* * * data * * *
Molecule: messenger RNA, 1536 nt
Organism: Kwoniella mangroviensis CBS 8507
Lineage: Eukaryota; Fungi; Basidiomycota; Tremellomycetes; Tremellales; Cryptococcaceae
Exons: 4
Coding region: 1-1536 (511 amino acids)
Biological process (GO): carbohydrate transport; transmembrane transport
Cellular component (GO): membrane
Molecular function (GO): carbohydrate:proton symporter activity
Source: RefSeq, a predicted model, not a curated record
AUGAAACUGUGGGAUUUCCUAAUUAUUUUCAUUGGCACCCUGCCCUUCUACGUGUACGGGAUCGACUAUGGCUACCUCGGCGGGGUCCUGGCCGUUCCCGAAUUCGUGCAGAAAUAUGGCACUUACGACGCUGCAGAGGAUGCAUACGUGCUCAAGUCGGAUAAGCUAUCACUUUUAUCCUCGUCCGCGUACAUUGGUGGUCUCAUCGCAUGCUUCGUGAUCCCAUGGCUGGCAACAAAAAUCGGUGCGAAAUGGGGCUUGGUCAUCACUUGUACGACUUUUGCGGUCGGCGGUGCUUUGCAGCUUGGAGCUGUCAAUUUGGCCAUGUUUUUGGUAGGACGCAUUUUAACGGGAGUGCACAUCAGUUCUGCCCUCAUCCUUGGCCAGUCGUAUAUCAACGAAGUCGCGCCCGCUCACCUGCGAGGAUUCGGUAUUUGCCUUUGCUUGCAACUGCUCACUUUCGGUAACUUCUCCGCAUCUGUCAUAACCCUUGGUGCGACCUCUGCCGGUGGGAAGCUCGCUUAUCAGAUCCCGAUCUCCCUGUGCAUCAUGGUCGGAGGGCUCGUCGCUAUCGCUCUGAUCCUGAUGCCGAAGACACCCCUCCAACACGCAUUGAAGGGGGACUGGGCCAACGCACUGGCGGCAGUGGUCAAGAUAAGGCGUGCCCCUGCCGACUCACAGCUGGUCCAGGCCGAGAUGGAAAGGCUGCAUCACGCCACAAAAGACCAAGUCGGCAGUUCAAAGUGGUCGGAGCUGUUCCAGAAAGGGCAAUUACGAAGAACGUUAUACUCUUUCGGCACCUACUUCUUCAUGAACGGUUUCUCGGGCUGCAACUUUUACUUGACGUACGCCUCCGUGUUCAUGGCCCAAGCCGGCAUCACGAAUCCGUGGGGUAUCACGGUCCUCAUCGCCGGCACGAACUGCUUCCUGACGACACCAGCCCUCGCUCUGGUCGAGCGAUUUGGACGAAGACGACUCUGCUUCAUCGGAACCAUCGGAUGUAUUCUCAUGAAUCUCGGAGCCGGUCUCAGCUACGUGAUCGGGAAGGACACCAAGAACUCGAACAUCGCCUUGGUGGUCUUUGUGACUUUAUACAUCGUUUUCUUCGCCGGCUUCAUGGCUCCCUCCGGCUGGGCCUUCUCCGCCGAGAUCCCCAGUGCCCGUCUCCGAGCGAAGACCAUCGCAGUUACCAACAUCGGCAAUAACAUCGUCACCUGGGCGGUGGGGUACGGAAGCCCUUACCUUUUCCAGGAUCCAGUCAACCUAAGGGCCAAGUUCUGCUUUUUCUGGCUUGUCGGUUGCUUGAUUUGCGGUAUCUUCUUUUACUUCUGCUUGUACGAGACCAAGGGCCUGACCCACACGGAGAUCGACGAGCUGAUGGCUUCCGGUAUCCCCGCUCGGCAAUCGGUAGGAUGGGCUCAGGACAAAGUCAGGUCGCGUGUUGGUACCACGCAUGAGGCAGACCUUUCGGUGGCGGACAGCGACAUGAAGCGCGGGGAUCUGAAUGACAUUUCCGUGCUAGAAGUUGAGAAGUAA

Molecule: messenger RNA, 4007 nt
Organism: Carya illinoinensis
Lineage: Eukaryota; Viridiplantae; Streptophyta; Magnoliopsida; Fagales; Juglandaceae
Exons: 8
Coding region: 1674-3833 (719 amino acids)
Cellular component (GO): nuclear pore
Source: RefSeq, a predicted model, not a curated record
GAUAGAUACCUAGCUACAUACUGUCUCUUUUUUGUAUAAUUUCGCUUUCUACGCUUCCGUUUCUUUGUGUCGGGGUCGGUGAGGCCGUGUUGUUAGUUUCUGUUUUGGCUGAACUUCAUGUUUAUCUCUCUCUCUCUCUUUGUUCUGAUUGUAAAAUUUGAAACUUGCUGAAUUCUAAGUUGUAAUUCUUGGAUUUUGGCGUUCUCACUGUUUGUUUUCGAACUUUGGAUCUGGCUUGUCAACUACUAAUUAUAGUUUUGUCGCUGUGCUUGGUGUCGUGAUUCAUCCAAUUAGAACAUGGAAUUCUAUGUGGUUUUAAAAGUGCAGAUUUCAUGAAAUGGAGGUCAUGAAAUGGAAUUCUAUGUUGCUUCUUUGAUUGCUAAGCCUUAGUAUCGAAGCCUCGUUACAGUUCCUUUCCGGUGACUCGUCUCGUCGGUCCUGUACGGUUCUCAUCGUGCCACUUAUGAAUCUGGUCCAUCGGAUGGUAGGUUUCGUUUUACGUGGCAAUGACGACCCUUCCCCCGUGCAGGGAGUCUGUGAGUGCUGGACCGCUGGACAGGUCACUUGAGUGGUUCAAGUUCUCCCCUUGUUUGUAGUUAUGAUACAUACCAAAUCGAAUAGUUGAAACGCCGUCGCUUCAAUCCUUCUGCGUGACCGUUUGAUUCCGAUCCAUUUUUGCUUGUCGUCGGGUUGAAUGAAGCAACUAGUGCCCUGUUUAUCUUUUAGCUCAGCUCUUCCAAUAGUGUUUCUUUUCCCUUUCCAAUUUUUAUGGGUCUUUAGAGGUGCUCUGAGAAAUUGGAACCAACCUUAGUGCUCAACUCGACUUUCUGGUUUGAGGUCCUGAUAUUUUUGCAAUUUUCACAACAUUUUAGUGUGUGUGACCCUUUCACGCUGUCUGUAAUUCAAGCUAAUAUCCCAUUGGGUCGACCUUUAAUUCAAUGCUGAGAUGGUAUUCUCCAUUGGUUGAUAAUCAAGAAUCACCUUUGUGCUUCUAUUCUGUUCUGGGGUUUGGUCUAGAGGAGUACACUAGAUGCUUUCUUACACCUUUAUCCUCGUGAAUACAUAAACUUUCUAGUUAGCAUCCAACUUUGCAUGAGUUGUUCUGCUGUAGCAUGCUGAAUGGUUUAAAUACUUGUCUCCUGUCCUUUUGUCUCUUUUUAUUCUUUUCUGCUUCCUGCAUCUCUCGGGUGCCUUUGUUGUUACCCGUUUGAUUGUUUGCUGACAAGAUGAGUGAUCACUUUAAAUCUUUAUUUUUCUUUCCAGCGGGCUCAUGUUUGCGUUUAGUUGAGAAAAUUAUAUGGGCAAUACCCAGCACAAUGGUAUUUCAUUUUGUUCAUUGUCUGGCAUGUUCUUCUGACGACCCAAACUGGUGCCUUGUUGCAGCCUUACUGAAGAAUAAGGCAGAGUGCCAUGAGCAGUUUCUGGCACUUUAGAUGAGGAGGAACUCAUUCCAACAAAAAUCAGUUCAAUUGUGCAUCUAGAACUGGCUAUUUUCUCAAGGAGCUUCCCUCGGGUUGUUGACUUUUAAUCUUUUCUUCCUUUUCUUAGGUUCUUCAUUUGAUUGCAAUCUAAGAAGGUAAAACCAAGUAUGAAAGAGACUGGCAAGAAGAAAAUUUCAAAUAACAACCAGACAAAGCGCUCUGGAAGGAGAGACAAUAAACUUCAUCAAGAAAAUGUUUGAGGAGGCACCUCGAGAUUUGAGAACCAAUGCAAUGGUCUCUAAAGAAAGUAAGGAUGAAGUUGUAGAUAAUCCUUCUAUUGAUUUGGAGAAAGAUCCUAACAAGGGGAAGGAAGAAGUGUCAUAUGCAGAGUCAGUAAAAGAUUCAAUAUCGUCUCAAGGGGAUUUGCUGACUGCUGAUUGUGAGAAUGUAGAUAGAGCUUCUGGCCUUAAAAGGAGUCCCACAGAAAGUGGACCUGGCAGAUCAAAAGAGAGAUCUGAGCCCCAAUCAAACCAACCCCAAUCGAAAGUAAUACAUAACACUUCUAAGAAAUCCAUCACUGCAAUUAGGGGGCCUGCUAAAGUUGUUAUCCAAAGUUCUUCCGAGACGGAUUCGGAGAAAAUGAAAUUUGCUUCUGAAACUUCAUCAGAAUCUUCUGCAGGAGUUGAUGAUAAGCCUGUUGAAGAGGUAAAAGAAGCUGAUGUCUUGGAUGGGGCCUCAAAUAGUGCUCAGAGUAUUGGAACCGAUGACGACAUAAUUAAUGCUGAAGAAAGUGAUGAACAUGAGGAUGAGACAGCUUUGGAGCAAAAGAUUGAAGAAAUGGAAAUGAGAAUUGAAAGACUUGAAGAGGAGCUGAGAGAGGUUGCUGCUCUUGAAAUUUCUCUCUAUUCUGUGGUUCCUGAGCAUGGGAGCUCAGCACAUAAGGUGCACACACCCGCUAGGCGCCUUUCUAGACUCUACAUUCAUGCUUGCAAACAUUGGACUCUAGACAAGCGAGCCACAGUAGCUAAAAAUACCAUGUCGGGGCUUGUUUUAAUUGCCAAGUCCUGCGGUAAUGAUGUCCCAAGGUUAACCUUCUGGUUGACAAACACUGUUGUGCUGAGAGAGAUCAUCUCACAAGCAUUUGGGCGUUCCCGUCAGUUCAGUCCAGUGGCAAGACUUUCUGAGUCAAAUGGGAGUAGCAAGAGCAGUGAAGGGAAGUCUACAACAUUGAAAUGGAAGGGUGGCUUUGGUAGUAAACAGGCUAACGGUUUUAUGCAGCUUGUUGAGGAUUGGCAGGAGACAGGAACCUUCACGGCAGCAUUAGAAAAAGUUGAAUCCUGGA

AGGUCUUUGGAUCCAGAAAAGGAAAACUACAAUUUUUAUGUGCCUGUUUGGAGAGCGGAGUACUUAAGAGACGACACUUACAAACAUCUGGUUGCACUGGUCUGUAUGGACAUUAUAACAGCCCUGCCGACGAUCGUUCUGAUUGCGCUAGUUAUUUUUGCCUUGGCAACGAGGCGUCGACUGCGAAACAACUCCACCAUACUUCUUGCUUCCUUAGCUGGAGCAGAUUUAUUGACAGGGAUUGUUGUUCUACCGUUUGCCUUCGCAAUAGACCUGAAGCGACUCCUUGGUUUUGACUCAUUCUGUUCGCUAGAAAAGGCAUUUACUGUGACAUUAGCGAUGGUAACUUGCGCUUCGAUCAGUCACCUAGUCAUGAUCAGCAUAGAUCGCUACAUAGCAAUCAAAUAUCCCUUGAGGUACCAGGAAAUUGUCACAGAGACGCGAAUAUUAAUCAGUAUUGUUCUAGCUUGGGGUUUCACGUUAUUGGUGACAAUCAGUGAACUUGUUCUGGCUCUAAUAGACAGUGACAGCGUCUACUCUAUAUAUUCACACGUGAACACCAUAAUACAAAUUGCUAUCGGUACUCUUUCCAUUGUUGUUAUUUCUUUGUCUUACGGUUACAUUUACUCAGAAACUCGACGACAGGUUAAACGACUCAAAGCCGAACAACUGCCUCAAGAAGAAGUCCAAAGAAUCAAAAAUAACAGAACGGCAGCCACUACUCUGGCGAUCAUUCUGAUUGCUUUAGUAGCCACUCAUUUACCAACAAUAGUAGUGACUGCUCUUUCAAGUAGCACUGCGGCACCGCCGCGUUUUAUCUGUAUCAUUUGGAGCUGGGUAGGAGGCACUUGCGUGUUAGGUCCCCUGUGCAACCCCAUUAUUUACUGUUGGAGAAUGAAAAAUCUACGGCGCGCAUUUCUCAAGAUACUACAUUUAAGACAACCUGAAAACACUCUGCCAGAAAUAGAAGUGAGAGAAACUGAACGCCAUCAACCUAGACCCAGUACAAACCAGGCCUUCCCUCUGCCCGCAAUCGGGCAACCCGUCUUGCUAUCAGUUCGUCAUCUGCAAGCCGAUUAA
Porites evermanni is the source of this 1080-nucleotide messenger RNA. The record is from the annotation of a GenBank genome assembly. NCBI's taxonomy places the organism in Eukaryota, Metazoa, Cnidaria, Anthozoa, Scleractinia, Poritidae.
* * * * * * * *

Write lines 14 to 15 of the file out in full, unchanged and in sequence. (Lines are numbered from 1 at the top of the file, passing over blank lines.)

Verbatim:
Exons: 8
Coding region: 1674-3833 (719 amino acids)